Routine Firearm Maintenance – Operator level disassembly and cleaning to manufacturer specifications. Check your handgun's instruction manual for further information on this.
Live Fire – Reinforcing the fundamentals of marksmanship through firing rounds in a safe and controlled manner.
Inside The Waistband Concealed Carry Holster Draw And Re-Holster – Familiarizing yourself with drawing from inside the waistband, active scanning for targets, and re-holstering safely. This can be done loaded or unloaded and ideally should be incorporated in two separate training sessions – one at the live fire range and one in a secure area.
Self-Defense Drills – For example, practice movement in a close-quarters environment (i.e. your home). Make sure you are scanning and taking proper preventative measures to keep your location safe and secure. You are also keeping your finger clear and off the trigger until/unless you are ready to fire.
Once you have developed a training schedule and are sticking to it – you will see how all the other parts come together seamlessly to produce a reliable and confident concealed carry plan. The longer you do this, the more you will see your plan to own and carry every day was a smart decision – one we hope none of us will ever need to have pay off.
Great Concealed Carry Practices
This is it! It's the moment when you receive your first concealed carry permit in the mail. Opening up that letter and seeing your name printed on a state-certified card is a big deal. Surely, your mind is racing to figure out what to do next. You are, after all, a freshly minted concealed carrier.
Because you’ve read the previous sections, you know how important it is to have the right training and the proper mindset when carrying a concealed firearm. In previous sections, we talked about good habits to develop and now we will discuss more about having the proper mentality and reinforcing good behavior. Let's discuss five essential things every concealed carrier should do after getting his permit.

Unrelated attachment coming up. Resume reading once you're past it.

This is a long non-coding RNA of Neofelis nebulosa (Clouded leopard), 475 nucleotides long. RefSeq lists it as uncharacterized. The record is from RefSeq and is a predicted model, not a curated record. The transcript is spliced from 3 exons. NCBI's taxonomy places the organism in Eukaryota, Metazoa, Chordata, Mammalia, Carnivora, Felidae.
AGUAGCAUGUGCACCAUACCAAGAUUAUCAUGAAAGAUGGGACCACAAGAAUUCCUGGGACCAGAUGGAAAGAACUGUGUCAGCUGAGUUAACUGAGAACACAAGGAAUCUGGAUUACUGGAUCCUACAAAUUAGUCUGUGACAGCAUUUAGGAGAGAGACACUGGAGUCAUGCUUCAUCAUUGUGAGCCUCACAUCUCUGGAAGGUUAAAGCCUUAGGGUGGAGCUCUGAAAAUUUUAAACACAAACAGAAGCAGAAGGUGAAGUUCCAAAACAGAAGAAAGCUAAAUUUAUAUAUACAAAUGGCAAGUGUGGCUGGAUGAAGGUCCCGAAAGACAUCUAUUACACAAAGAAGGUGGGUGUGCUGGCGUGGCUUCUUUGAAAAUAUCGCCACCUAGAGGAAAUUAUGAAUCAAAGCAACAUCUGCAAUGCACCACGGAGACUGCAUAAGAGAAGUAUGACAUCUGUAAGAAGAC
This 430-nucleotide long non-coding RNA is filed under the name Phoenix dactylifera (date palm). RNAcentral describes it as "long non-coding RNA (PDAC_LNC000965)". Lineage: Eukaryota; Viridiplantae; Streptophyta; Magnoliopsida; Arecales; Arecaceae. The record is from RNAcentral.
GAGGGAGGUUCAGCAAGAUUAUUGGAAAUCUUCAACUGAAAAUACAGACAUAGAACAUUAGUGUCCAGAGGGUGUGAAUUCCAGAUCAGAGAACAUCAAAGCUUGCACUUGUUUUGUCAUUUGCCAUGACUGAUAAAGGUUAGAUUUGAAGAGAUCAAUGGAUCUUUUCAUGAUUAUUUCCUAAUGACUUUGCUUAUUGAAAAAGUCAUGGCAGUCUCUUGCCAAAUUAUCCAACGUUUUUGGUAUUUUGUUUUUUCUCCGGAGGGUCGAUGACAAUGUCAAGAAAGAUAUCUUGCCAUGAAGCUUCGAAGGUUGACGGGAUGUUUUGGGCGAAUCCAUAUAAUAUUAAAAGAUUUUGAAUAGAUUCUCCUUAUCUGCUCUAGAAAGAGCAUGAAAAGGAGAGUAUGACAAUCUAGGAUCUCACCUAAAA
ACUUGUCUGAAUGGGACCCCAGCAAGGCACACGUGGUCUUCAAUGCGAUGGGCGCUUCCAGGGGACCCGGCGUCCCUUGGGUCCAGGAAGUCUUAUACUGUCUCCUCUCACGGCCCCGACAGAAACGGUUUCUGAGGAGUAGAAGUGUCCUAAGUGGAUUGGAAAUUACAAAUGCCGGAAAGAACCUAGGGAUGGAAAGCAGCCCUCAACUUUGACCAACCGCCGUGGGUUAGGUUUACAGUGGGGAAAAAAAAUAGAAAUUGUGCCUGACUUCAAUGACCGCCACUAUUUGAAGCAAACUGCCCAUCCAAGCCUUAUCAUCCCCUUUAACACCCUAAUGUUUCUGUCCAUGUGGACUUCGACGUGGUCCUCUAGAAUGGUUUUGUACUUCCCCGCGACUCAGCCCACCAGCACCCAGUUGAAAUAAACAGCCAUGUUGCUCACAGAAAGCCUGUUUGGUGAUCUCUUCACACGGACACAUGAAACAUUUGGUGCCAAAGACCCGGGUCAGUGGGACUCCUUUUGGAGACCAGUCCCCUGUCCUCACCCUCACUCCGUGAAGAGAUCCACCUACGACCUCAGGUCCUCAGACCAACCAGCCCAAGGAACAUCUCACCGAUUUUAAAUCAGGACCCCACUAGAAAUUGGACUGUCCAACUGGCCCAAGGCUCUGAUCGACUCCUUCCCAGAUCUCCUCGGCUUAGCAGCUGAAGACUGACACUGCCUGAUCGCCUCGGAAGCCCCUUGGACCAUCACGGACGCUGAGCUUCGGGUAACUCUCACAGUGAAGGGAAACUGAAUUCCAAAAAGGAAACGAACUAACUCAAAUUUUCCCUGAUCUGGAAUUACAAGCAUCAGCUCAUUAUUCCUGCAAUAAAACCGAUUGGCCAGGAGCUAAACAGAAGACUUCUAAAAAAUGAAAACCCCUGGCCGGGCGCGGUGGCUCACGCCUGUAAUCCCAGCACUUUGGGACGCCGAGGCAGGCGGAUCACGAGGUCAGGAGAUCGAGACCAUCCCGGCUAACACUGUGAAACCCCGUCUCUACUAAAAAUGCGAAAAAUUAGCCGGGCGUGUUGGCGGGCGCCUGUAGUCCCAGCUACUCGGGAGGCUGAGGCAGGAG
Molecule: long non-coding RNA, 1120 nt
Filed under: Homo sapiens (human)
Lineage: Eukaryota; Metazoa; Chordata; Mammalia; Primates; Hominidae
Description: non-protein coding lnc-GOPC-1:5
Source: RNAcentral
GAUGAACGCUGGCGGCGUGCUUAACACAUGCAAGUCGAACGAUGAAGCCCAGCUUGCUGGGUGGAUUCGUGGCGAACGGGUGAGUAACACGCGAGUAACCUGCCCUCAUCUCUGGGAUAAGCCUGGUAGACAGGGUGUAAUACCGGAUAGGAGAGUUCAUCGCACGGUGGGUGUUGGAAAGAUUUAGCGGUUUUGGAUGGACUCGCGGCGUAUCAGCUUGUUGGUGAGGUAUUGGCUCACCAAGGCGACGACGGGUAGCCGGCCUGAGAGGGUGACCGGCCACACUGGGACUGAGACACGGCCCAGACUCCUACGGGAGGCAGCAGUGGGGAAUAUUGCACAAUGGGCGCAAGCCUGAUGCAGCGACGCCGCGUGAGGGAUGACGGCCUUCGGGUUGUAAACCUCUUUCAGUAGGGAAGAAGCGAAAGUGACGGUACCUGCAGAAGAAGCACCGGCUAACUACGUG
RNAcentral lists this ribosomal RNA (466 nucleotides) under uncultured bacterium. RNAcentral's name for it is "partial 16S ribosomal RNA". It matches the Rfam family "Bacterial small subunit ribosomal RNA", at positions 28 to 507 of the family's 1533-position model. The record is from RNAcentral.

#1: Set Up An Alarm For CCW Renewal
Almost every state requires you to renew your concealed carry permit. Maybe it's every year or maybe it's every ten – whichever the case, set an alarm for 90, 60, and 45 days before your renewal date. This way, you'll be able to assemble your paperwork and make sure you have everything you need to smoothly transition from one concealed carry permitting cycle to the next.
#2: Make Sure Your Holster Is Equipped At All Times
Getting into the habit of wearing your holster with your gun in it is essential. The holster you should carry when your permit arrives should be the one you've trained with and one you trust to retain your handgun without it sliding out. If your holster isn't up to snuff, consider getting one that protects the trigger, has high retention over the handgun, and has a comfortable, contouring backpad to keep you comfortable.
#3: Stay Current With CCW News